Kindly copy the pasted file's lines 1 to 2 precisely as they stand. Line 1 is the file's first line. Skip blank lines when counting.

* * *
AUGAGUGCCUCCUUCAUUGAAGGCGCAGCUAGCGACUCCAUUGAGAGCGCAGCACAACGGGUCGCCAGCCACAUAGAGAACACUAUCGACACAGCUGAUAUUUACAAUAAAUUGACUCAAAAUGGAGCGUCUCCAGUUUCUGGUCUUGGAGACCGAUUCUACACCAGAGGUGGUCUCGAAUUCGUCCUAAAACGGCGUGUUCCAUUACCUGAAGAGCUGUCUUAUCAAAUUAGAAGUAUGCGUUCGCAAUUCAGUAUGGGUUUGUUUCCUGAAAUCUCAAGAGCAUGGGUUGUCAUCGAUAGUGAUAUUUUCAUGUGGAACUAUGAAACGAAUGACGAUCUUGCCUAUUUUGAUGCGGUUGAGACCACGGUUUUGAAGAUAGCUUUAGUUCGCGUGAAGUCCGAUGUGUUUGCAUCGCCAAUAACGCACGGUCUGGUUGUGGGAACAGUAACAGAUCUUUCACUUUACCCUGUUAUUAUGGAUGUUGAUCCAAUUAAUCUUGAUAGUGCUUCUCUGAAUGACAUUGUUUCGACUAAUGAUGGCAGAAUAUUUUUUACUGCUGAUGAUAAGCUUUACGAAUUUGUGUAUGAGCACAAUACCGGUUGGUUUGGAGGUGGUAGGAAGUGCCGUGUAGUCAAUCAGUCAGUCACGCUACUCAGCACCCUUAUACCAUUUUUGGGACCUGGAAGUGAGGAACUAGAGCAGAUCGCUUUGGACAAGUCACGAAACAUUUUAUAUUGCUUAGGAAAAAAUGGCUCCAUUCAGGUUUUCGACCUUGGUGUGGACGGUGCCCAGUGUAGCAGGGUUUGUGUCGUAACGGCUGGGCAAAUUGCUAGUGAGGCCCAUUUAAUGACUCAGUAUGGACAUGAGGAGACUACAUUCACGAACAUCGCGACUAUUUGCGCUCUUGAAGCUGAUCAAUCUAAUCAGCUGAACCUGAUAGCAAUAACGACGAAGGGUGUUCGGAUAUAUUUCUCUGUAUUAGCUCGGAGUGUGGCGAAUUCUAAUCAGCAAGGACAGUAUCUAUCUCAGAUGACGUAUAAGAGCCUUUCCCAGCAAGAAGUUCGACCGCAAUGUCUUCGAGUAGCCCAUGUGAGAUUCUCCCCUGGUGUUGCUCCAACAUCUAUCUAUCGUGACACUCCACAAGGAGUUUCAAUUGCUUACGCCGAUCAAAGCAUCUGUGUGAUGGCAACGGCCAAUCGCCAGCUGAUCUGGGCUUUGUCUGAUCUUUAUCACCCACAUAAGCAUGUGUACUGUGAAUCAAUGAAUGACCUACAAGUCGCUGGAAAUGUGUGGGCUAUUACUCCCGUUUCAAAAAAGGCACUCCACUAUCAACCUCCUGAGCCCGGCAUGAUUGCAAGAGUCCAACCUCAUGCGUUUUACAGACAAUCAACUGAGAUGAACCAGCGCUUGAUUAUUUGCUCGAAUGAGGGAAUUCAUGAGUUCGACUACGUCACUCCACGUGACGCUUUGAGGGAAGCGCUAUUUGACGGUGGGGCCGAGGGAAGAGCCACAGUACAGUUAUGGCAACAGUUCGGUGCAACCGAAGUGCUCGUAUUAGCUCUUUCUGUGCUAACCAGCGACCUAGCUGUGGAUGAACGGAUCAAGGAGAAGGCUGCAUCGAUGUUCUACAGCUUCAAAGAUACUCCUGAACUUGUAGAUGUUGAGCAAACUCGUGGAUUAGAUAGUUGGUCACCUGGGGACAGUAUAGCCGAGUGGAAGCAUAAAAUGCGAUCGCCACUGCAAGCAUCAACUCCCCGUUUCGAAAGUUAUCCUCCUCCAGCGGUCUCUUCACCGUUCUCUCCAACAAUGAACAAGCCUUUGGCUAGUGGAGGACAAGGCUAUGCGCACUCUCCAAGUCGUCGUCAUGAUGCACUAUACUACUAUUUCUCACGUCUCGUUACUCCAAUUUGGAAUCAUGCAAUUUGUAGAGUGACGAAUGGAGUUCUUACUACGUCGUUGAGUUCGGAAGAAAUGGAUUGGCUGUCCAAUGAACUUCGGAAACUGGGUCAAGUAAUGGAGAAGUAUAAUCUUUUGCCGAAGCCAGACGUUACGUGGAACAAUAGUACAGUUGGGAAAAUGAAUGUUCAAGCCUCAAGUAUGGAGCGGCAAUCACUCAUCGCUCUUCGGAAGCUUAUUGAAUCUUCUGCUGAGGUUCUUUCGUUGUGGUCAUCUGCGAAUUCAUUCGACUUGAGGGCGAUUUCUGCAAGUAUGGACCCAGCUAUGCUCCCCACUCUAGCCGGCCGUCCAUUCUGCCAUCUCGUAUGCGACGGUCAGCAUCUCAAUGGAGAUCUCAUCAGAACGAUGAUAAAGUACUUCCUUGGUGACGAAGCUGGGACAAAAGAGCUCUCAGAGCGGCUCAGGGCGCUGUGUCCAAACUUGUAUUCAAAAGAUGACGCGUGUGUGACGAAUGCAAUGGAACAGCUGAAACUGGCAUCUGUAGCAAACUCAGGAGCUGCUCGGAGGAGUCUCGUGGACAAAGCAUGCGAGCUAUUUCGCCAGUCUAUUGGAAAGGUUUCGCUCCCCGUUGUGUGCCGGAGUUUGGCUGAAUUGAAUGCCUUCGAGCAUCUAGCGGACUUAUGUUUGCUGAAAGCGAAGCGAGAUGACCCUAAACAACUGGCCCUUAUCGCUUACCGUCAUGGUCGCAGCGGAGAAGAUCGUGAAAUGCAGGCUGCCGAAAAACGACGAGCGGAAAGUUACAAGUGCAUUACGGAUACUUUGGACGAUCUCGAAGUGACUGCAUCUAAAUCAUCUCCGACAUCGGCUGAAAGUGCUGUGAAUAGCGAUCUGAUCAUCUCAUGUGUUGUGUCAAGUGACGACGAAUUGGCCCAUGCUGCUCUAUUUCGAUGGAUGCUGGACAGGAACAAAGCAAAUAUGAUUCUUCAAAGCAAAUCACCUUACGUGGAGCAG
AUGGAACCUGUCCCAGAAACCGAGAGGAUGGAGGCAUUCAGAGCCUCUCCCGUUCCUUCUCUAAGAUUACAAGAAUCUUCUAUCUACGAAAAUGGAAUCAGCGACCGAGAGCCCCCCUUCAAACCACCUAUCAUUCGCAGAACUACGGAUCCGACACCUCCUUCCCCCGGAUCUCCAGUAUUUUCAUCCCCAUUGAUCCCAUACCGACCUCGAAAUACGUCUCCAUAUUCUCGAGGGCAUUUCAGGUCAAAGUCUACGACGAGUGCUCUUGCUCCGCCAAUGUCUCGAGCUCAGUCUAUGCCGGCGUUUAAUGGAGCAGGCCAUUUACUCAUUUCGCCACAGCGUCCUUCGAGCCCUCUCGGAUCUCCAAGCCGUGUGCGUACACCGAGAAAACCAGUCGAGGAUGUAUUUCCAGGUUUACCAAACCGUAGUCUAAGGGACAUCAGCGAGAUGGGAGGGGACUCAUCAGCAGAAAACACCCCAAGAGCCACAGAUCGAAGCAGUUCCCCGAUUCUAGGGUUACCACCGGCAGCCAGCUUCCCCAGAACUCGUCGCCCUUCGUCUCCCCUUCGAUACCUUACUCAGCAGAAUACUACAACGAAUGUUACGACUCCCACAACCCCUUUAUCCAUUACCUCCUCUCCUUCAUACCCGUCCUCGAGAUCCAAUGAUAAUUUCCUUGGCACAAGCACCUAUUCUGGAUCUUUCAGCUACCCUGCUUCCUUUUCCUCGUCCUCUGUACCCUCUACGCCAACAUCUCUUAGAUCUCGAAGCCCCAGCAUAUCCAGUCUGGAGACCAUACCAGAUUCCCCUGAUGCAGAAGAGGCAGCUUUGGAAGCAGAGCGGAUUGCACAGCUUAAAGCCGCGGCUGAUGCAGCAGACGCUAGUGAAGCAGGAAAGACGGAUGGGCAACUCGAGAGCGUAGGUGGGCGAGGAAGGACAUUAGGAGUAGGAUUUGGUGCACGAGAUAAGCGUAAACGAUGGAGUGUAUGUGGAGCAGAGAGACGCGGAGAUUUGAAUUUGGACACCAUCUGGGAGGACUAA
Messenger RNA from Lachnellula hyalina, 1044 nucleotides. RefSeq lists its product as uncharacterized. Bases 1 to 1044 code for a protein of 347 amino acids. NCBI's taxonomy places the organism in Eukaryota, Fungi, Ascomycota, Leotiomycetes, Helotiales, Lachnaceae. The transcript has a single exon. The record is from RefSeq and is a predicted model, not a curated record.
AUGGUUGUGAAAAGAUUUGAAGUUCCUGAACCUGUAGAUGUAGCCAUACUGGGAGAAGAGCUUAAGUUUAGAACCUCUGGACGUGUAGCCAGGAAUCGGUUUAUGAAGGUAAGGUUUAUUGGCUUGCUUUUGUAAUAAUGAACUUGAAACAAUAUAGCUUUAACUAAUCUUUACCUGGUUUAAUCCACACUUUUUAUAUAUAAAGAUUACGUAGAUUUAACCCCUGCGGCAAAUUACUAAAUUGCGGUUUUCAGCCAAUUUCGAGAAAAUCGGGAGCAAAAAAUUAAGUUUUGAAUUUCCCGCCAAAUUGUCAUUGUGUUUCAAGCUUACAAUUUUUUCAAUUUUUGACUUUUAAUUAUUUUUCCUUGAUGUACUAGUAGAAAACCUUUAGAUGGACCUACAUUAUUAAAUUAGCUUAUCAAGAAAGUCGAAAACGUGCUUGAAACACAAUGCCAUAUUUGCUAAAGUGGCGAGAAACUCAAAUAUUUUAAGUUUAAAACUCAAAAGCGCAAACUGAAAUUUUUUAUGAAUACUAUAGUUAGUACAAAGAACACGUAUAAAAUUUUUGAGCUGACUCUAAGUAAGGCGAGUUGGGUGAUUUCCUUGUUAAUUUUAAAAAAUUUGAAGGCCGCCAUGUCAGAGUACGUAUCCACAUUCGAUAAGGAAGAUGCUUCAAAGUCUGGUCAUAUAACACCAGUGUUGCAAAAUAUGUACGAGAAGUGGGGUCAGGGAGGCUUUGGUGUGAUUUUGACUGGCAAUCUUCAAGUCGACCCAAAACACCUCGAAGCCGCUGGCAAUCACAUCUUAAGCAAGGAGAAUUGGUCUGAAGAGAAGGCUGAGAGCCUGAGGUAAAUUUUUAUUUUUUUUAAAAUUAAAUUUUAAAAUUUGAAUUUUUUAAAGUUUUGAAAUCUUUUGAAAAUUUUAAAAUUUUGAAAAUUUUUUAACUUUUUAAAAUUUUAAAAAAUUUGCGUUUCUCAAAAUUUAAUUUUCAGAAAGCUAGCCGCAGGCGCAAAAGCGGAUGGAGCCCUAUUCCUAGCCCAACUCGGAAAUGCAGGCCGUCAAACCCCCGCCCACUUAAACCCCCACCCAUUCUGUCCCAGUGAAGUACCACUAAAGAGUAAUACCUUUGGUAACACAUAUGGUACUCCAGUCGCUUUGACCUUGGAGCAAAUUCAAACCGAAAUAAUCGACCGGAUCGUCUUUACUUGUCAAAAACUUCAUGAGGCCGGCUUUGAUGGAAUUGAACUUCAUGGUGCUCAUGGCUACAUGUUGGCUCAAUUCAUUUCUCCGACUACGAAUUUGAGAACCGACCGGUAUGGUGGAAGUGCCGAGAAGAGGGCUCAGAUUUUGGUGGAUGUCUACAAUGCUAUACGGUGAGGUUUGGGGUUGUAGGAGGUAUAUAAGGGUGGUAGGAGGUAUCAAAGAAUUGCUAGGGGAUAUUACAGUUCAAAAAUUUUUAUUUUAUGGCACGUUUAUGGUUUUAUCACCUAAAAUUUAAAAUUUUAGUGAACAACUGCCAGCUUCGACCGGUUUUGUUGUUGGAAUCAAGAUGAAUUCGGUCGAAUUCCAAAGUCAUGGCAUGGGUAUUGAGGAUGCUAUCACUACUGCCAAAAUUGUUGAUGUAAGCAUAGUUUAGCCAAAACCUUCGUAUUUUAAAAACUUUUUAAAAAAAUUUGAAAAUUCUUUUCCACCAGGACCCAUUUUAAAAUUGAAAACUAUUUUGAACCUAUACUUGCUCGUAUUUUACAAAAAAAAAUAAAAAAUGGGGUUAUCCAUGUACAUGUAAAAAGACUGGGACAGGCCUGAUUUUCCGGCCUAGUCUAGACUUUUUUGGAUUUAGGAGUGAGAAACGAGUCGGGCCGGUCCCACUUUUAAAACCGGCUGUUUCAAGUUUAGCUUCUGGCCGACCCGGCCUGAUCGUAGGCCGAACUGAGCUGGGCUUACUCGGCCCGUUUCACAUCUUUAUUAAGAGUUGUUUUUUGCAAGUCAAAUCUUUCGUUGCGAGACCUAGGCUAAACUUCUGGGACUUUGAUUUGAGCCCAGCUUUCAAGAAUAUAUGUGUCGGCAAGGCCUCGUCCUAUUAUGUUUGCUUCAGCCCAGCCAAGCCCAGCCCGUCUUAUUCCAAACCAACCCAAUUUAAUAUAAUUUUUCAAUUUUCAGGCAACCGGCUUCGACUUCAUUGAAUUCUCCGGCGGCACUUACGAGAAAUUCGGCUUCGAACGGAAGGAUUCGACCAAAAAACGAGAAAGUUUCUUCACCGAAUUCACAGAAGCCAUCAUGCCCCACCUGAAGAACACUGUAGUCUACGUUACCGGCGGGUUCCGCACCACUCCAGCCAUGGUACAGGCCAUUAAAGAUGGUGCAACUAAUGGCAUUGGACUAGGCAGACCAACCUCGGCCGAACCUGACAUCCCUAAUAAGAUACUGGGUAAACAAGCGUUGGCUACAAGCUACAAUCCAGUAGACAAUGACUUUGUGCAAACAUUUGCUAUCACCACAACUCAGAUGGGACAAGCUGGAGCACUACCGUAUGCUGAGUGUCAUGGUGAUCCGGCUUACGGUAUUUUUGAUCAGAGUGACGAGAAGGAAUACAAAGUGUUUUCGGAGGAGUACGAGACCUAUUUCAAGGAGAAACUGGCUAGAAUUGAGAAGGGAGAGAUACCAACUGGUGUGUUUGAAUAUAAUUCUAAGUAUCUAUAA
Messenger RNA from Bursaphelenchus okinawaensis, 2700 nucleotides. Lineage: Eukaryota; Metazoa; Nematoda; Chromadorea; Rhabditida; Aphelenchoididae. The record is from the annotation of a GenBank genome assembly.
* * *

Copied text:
AUGAGUGCCUCCUUCAUUGAAGGCGCAGCUAGCGACUCCAUUGAGAGCGCAGCACAACGGGUCGCCAGCCACAUAGAGAACACUAUCGACACAGCUGAUAUUUACAAUAAAUUGACUCAAAAUGGAGCGUCUCCAGUUUCUGGUCUUGGAGACCGAUUCUACACCAGAGGUGGUCUCGAAUUCGUCCUAAAACGGCGUGUUCCAUUACCUGAAGAGCUGUCUUAUCAAAUUAGAAGUAUGCGUUCGCAAUUCAGUAUGGGUUUGUUUCCUGAAAUCUCAAGAGCAUGGGUUGUCAUCGAUAGUGAUAUUUUCAUGUGGAACUAUGAAACGAAUGACGAUCUUGCCUAUUUUGAUGCGGUUGAGACCACGGUUUUGAAGAUAGCUUUAGUUCGCGUGAAGUCCGAUGUGUUUGCAUCGCCAAUAACGCACGGUCUGGUUGUGGGAACAGUAACAGAUCUUUCACUUUACCCUGUUAUUAUGGAUGUUGAUCCAAUUAAUCUUGAUAGUGCUUCUCUGAAUGACAUUGUUUCGACUAAUGAUGGCAGAAUAUUUUUUACUGCUGAUGAUAAGCUUUACGAAUUUGUGUAUGAGCACAAUACCGGUUGGUUUGGAGGUGGUAGGAAGUGCCGUGUAGUCAAUCAGUCAGUCACGCUACUCAGCACCCUUAUACCAUUUUUGGGACCUGGAAGUGAGGAACUAGAGCAGAUCGCUUUGGACAAGUCACGAAACAUUUUAUAUUGCUUAGGAAAAAAUGGCUCCAUUCAGGUUUUCGACCUUGGUGUGGACGGUGCCCAGUGUAGCAGGGUUUGUGUCGUAACGGCUGGGCAAAUUGCUAGUGAGGCCCAUUUAAUGACUCAGUAUGGACAUGAGGAGACUACAUUCACGAACAUCGCGACUAUUUGCGCUCUUGAAGCUGAUCAAUCUAAUCAGCUGAACCUGAUAGCAAUAACGACGAAGGGUGUUCGGAUAUAUUUCUCUGUAUUAGCUCGGAGUGUGGCGAAUUCUAAUCAGCAAGGACAGUAUCUAUCUCAGAUGACGUAUAAGAGCCUUUCCCAGCAAGAAGUUCGACCGCAAUGUCUUCGAGUAGCCCAUGUGAGAUUCUCCCCUGGUGUUGCUCCAACAUCUAUCUAUCGUGACACUCCACAAGGAGUUUCAAUUGCUUACGCCGAUCAAAGCAUCUGUGUGAUGGCAACGGCCAAUCGCCAGCUGAUCUGGGCUUUGUCUGAUCUUUAUCACCCACAUAAGCAUGUGUACUGUGAAUCAAUGAAUGACCUACAAGUCGCUGGAAAUGUGUGGGCUAUUACUCCCGUUUCAAAAAAGGCACUCCACUAUCAACCUCCUGAGCCCGGCAUGAUUGCAAGAGUCCAACCUCAUGCGUUUUACAGACAAUCAACUGAGAUGAACCAGCGCUUGAUUAUUUGCUCGAAUGAGGGAAUUCAUGAGUUCGACUACGUCACUCCACGUGACGCUUUGAGGGAAGCGCUAUUUGACGGUGGGGCCGAGGGAAGAGCCACAGUACAGUUAUGGCAACAGUUCGGUGCAACCGAAGUGCUCGUAUUAGCUCUUUCUGUGCUAACCAGCGACCUAGCUGUGGAUGAACGGAUCAAGGAGAAGGCUGCAUCGAUGUUCUACAGCUUCAAAGAUACUCCUGAACUUGUAGAUGUUGAGCAAACUCGUGGAUUAGAUAGUUGGUCACCUGGGGACAGUAUAGCCGAGUGGAAGCAUAAAAUGCGAUCGCCACUGCAAGCAUCAACUCCCCGUUUCGAAAGUUAUCCUCCUCCAGCGGUCUCUUCACCGUUCUCUCCAACAAUGAACAAGCCUUUGGCUAGUGGAGGACAAGGCUAUGCGCACUCUCCAAGUCGUCGUCAUGAUGCACUAUACUACUAUUUCUCACGUCUCGUUACUCCAAUUUGGAAUCAUGCAAUUUGUAGAGUGACGAAUGGAGUUCUUACUACGUCGUUGAGUUCGGAAGAAAUGGAUUGGCUGUCCAAUGAACUUCGGAAACUGGGUCAAGUAAUGGAGAAGUAUAAUCUUUUGCCGAAGCCAGACGUUACGUGGAACAAUAGUACAGUUGGGAAAAUGAAUGUUCAAGCCUCAAGUAUGGAGCGGCAAUCACUCAUCGCUCUUCGGAAGCUUAUUGAAUCUUCUGCUGAGGUUCUUUCGUUGUGGUCAUCUGCGAAUUCAUUCGACUUGAGGGCGAUUUCUGCAAGUAUGGACCCAGCUAUGCUCCCCACUCUAGCCGGCCGUCCAUUCUGCCAUCUCGUAUGCGACGGUCAGCAUCUCAAUGGAGAUCUCAUCAGAACGAUGAUAAAGUACUUCCUUGGUGACGAAGCUGGGACAAAAGAGCUCUCAGAGCGGCUCAGGGCGCUGUGUCCAAACUUGUAUUCAAAAGAUGACGCGUGUGUGACGAAUGCAAUGGAACAGCUGAAACUGGCAUCUGUAGCAAACUCAGGAGCUGCUCGGAGGAGUCUCGUGGACAAAGCAUGCGAGCUAUUUCGCCAGUCUAUUGGAAAGGUUUCGCUCCCCGUUGUGUGCCGGAGUUUGGCUGAAUUGAAUGCCUUCGAGCAUCUAGCGGACUUAUGUUUGCUGAAAGCGAAGCGAGAUGACCCUAAACAACUGGCCCUUAUCGCUUACCGUCAUGGUCGCAGCGGAGAAGAUCGUGAAAUGCAGGCUGCCGAAAAACGACGAGCGGAAAGUUACAAGUGCAUUACGGAUACUUUGGACGAUCUCGAAGUGACUGCAUCUAAAUCAUCUCCGACAUCGGCUGAAAGUGCUGUGAAUAGCGAUCUGAUCAUCUCAUGUGUUGUGUCAAGUGACGACGAAUUGGCCCAUGCUGCUCUAUUUCGAUGGAUGCUGGACAGGAACAAAGCAAAUAUGAUUCUUCAAAGCAAAUCACCUUACGUGGAGCAG
AUGGAACCUGUCCCAGAAACCGAGAGGAUGGAGGCAUUCAGAGCCUCUCCCGUUCCUUCUCUAAGAUUACAAGAAUCUUCUAUCUACGAAAAUGGAAUCAGCGACCGAGAGCCCCCCUUCAAACCACCUAUCAUUCGCAGAACUACGGAUCCGACACCUCCUUCCCCCGGAUCUCCAGUAUUUUCAUCCCCAUUGAUCCCAUACCGACCUCGAAAUACGUCUCCAUAUUCUCGAGGGCAUUUCAGGUCAAAGUCUACGACGAGUGCUCUUGCUCCGCCAAUGUCUCGAGCUCAGUCUAUGCCGGCGUUUAAUGGAGCAGGCCAUUUACUCAUUUCGCCACAGCGUCCUUCGAGCCCUCUCGGAUCUCCAAGCCGUGUGCGUACACCGAGAAAACCAGUCGAGGAUGUAUUUCCAGGUUUACCAAACCGUAGUCUAAGGGACAUCAGCGAGAUGGGAGGGGACUCAUCAGCAGAAAACACCCCAAGAGCCACAGAUCGAAGCAGUUCCCCGAUUCUAGGGUUACCACCGGCAGCCAGCUUCCCCAGAACUCGUCGCCCUUCGUCUCCCCUUCGAUACCUUACUCAGCAGAAUACUACAACGAAUGUUACGACUCCCACAACCCCUUUAUCCAUUACCUCCUCUCCUUCAUACCCGUCCUCGAGAUCCAAUGAUAAUUUCCUUGGCACAAGCACCUAUUCUGGAUCUUUCAGCUACCCUGCUUCCUUUUCCUCGUCCUCUGUACCCUCUACGCCAACAUCUCUUAGAUCUCGAAGCCCCAGCAUAUCCAGUCUGGAGACCAUACCAGAUUCCCCUGAUGCAGAAGAGGCAGCUUUGGAAGCAGAGCGGAUUGCACAGCUUAAAGCCGCGGCUGAUGCAGCAGACGCUAGUGAAGCAGGAAAGACGGAUGGGCAACUCGAGAGCGUAGGUGGGCGAGGAAGGACAUUAGGAGUAGGAUUUGGUGCACGAGAUAAGCGUAAACGAUGGAGUGUAUGUGGAGCAGAGAGACGCGGAGAUUUGAAUUUGGACACCAUCUGGGAGGACUAA